I refer with undue kindness to the front page “story” in today’s Daily Telegraph (right), otherwise an example of the class of journalism which explains why fish and chips are no longer wrapped in newspaper for fear of consumers contracting some awful disease.
ALMOST 60 public school teachers have been removed from the classroom due to criminal investigations, child protection allegations or incompetence – but they are still costing NSW taxpayers up to $85,000 a week.
They are known as the Education Department’s “TOADs” – Teachers on Alternative Duties – and continue to draw their salary despite not teaching while allegations against them are investigated.
The Daily Telegraph has learned that 10 teachers in primary and secondary schools across the state are facing criminal charges and a further 26 are either being disciplined or investigated over serious child protection issues.
Data obtained under Freedom of Information show 18 teachers also have been sidelined – but not sacked – over “efficiency concerns” and five are being disciplined for misconduct…
From here the “story”, this piece of “news” in which nothing new is reported, degenerates into a tale of kiddy fiddlers highlighting ONE case where a teacher impregnated a teenage female student now aged 19. The parallel story in the Murdoch’s stablemate The Australian rightly quotes a Department spokesman who points to the obvious: “Teachers on alternative duties due to disciplinary measures, misconduct investigations or unsatisfactory performance in the classroom form approximately 0.1 per cent of the fulltime staff.”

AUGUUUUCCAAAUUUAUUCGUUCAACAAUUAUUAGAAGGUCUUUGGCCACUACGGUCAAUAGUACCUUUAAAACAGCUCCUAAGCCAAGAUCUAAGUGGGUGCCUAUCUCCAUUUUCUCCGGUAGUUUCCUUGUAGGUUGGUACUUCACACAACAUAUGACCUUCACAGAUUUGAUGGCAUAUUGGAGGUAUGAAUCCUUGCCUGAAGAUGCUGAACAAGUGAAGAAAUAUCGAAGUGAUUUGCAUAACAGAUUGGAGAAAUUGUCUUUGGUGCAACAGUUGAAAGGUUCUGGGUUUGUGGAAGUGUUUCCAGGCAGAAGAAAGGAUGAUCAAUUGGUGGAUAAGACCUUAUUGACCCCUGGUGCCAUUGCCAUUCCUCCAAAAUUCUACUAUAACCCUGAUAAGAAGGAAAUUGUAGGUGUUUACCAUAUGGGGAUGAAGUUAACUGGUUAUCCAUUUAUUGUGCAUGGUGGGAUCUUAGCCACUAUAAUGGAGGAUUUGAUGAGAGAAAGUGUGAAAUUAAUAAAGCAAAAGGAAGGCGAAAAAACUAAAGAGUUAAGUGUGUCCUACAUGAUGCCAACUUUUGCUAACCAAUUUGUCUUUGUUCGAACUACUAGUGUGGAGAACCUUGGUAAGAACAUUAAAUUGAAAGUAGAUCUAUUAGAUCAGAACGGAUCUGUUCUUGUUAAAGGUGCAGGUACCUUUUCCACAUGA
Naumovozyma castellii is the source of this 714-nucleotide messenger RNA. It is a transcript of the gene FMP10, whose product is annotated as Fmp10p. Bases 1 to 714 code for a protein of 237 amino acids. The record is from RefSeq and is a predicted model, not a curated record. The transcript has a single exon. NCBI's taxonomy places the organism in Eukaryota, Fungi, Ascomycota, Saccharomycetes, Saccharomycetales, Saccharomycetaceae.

I have never been in Toad Hall but I have known at least three who have. One was a clear case of injustice which nonetheless had to be investigated; the other two involved what we might call psychiatric problems. None of them involved kiddy fiddling. Does anyone really think there is anything wrong with people under investigation being deployed elsewhere, or perhaps more commonly put on leave, while the investigation continues? Does this not happen throughout the public service and the police? Would anyone countenance such people being suspended on no pay?
The one glimmer of compassion, but that in pocketbook rather than heart terms, comes in an accompanying editorial, where it is said that such investigations sometimes take far too long. That is no doubt true.